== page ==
THE WINNER OF SORROW
Published October 11, 2005
New Island Books
The Sunday Tribune
Perception of a wonderful kind
The Winner Of Sorrow By Brian Lynch
New Island 14.99 340pp
BRIAN Lynch’s elegantly weaved novel about the life and times of English 18th century poet and confirmed madman William Cowper comes slowly into focus. The opening chapters, in particular, with their shifts in time and place – starting with Cowper as an old man, but quickly moving in and out of his youthful memories – challenge a reader to persevere. It’s a challenge that becomes worth it. Slowly, the book reveals itself as a meticulously crafted piece of work, a mixture of biographical research, expansive imagination, and a dedication to the examination of the rigours of being a writer.
This is not a biography -as Lynch himself makes clear in the sleeve notes – but it nonetheless draws a comprehensive picture of Cowper’s strange and eccentric world, and most importantly, makes the reader want to know more about it.
Why, for example, does Cowper, impotent and inept, barely able to make his way in the world, attract the care, attention, and sexual attraction, of women, who flutter about him, attempting to have themselves noticed?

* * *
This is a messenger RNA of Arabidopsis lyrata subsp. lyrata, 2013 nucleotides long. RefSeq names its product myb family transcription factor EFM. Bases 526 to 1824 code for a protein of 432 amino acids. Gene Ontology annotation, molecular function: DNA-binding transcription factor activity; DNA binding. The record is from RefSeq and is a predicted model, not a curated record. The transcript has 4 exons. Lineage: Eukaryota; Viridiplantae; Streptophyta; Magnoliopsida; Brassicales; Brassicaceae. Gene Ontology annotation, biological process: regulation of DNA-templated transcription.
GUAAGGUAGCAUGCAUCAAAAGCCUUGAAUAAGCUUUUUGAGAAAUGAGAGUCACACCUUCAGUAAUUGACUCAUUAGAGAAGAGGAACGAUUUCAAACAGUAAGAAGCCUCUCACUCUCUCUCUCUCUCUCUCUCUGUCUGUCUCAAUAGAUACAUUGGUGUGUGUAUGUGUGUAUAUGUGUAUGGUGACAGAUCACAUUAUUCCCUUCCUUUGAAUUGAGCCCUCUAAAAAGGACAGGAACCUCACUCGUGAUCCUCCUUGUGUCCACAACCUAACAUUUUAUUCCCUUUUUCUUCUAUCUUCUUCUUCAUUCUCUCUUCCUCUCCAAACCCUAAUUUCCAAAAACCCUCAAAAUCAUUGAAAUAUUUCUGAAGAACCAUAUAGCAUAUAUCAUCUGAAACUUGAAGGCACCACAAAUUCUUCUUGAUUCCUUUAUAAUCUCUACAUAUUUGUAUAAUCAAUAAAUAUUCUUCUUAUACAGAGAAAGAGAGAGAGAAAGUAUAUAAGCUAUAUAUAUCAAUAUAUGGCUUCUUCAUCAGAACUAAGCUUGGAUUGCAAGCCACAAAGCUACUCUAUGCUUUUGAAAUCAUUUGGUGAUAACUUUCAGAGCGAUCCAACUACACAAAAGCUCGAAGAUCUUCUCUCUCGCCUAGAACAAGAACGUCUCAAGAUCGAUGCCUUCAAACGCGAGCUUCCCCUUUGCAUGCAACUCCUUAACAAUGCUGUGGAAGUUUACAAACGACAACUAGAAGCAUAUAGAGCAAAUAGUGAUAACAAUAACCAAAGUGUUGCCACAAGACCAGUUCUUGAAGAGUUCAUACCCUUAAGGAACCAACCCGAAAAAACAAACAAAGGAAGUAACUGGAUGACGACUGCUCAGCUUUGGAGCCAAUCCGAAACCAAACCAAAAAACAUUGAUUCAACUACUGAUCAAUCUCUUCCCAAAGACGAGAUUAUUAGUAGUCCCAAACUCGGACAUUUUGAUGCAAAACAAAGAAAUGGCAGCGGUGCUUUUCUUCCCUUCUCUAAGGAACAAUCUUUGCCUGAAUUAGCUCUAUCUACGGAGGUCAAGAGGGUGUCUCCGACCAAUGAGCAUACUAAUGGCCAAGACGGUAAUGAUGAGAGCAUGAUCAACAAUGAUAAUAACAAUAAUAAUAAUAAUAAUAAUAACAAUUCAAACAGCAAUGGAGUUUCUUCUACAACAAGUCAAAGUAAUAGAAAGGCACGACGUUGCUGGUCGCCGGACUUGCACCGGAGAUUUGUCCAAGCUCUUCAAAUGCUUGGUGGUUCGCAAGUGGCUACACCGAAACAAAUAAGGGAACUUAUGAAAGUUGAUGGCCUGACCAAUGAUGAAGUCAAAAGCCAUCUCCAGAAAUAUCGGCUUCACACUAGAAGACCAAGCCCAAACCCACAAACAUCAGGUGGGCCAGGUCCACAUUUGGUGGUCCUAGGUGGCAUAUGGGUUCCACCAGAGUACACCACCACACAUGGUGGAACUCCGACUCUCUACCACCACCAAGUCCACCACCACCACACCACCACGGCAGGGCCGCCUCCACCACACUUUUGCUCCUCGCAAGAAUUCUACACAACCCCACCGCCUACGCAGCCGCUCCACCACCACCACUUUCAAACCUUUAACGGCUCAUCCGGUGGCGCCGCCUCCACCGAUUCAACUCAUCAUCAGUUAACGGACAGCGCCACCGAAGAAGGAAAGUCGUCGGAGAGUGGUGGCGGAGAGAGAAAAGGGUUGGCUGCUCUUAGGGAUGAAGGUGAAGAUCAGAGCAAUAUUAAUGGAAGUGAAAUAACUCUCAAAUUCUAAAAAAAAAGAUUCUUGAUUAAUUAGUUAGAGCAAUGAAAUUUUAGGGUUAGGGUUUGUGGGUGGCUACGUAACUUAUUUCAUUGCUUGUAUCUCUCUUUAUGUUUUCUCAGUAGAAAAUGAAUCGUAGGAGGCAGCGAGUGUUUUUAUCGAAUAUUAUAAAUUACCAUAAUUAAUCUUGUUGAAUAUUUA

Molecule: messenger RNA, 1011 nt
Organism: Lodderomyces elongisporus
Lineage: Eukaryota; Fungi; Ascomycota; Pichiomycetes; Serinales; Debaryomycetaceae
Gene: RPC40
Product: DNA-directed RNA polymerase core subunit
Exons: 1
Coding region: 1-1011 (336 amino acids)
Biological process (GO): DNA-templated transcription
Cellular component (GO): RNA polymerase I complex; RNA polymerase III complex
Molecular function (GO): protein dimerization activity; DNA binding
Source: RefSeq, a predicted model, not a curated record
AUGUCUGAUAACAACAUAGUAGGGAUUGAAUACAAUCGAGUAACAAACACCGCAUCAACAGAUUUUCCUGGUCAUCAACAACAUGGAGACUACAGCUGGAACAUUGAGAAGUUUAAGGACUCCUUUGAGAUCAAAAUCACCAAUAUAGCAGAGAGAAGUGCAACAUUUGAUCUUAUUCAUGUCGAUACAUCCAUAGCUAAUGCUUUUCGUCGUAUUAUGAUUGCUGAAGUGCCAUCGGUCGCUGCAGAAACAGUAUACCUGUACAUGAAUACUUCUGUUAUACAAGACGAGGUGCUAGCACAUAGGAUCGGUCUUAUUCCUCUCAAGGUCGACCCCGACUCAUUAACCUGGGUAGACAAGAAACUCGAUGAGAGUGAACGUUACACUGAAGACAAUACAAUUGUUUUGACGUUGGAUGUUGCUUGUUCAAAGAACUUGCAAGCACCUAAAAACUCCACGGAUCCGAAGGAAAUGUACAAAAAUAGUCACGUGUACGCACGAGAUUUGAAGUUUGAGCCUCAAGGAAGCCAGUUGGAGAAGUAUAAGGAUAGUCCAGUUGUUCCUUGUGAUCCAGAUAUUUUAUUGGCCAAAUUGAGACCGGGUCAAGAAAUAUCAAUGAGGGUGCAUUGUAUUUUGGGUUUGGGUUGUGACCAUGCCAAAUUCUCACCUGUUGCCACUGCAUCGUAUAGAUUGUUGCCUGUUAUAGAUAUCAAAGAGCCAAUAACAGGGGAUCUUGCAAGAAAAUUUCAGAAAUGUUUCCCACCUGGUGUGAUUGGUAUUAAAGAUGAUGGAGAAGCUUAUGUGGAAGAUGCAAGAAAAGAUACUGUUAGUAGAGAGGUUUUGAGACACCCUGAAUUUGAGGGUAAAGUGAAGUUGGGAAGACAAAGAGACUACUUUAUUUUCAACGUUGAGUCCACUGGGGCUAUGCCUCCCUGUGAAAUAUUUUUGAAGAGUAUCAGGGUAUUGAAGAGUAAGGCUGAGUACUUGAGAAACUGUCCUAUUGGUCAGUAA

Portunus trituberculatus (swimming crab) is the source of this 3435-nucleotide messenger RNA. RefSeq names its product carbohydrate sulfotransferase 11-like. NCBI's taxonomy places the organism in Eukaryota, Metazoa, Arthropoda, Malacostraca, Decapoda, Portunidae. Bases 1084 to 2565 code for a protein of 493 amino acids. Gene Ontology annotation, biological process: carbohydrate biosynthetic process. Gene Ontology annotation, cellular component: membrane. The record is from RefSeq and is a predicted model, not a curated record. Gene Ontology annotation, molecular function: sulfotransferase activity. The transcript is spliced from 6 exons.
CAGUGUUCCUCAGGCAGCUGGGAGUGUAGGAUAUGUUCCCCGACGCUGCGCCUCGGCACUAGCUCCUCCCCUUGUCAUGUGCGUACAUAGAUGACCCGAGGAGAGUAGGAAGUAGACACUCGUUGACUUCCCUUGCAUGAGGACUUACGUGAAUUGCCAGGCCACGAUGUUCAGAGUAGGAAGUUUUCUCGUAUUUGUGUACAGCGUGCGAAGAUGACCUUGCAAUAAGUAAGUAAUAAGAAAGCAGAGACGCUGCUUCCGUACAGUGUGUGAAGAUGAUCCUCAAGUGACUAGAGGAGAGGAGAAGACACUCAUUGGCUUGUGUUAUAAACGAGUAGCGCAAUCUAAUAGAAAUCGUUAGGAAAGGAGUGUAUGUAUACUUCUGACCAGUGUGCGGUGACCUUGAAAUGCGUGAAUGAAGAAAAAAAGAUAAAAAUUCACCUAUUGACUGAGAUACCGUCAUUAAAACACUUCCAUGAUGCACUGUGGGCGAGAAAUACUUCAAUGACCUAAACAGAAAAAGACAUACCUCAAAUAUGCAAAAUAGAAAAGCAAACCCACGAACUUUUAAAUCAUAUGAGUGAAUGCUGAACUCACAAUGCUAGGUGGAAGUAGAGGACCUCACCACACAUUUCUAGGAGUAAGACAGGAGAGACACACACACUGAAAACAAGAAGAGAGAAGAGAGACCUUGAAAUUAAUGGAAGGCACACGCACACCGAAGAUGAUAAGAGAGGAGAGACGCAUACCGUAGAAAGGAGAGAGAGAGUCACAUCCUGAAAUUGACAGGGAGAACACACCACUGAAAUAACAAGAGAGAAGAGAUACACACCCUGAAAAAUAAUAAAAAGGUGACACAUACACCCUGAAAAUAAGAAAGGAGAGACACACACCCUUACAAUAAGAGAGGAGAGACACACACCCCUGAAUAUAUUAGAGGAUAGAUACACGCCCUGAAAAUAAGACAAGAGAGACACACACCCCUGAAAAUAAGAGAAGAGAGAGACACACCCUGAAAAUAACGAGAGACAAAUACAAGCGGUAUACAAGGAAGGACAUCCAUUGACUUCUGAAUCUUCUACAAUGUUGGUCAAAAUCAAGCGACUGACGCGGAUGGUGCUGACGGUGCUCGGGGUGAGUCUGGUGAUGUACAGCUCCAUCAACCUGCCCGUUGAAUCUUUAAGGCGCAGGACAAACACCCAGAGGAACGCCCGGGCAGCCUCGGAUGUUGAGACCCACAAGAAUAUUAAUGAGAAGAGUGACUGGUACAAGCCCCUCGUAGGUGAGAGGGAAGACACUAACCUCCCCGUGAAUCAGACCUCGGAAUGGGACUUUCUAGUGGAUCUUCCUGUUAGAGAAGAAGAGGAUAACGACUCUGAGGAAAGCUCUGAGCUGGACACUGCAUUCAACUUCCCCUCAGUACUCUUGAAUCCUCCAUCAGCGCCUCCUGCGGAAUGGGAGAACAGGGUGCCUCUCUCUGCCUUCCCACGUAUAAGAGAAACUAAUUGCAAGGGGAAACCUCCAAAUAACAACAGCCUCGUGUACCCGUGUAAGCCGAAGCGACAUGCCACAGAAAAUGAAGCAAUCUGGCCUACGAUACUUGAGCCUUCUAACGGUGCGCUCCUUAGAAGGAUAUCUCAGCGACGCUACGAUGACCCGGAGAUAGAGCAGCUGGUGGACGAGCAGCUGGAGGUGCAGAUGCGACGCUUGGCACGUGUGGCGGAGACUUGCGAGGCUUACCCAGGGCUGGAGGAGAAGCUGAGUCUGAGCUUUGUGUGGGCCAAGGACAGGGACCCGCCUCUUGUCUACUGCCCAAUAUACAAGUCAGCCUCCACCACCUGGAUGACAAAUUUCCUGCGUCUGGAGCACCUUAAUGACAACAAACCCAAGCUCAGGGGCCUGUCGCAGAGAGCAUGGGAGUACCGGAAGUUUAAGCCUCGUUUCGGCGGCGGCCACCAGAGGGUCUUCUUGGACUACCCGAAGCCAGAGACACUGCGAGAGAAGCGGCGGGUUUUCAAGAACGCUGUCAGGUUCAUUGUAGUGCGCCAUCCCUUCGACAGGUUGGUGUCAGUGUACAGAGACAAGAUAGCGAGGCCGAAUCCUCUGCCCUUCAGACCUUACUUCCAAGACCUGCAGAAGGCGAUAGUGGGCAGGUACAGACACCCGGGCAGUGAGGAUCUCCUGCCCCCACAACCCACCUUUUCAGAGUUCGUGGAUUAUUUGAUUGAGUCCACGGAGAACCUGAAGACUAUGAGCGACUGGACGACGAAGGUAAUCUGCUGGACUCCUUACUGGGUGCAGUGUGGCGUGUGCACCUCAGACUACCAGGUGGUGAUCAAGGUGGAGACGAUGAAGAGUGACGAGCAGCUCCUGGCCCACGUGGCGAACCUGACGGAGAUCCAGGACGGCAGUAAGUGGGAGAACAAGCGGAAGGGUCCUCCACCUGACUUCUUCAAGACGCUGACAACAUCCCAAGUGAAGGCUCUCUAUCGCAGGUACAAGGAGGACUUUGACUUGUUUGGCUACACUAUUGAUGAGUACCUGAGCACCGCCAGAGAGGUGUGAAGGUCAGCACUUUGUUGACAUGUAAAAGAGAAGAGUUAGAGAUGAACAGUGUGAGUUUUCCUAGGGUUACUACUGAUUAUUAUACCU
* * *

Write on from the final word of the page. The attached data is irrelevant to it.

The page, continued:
The passages detailing the relationship between Cowper and the widow Mary Unwin, with whom he grew into old age, are among the most sharply observed in the book – sad, weary and strangely warm. Take these perceptive words, for example, describing Unwin’s frame of mind after she had proposed marriage to Cowper, but remained sexually unfulfilled even after the engagement was set: ‘She had prepared herself for regret and hardly felt it, because, despite the dulled steel in her hair, she was still the same person and, more, she was actually improved, at least in the sense that she now knew what she wanted, which then had been something only imagined from reading novels.’
But Lynch’s writing climbs above the necessary craft of human observation.
He finds ways to make his words sing, and of taking us with him on an exploration into the recesses of Cowper’s mind; surreal, poetic passages indicate at once how detached the writer was from the real world, but also give a sense of how he derived his poetic life. There is agony: Cowper is afflicted by the presence of terrible voices in his head, to which he gives names – the Mocker, the Judge, the Accuser. But there is humour too, subtle and wry:
‘Sometimes he thanked God he was mad – you could laugh out loud and not have to explain yourself.’
Although this story is primarily the tale of an internal life – as Cowper struggles with the process of writing, turning thoughts into words, imagination into penned descriptions – Lynch doesn’t neglect the detail of the poet’s external world. Eighteenth century England, with the discrepancies between the lofty nature of its religious evangelism, and the grimy nature of much of its real life, is accurately captured.
Lynch is himself an accomplished poet, and his own, beautifully created writing is one of the most satisfying aspects of this novel. He has managed to grasp hold of that most difficult of tasks – using the power of words to tell a story – and finely tune it, so that both language and narrative become almost the one.
A fine achievement. A wonderful book.
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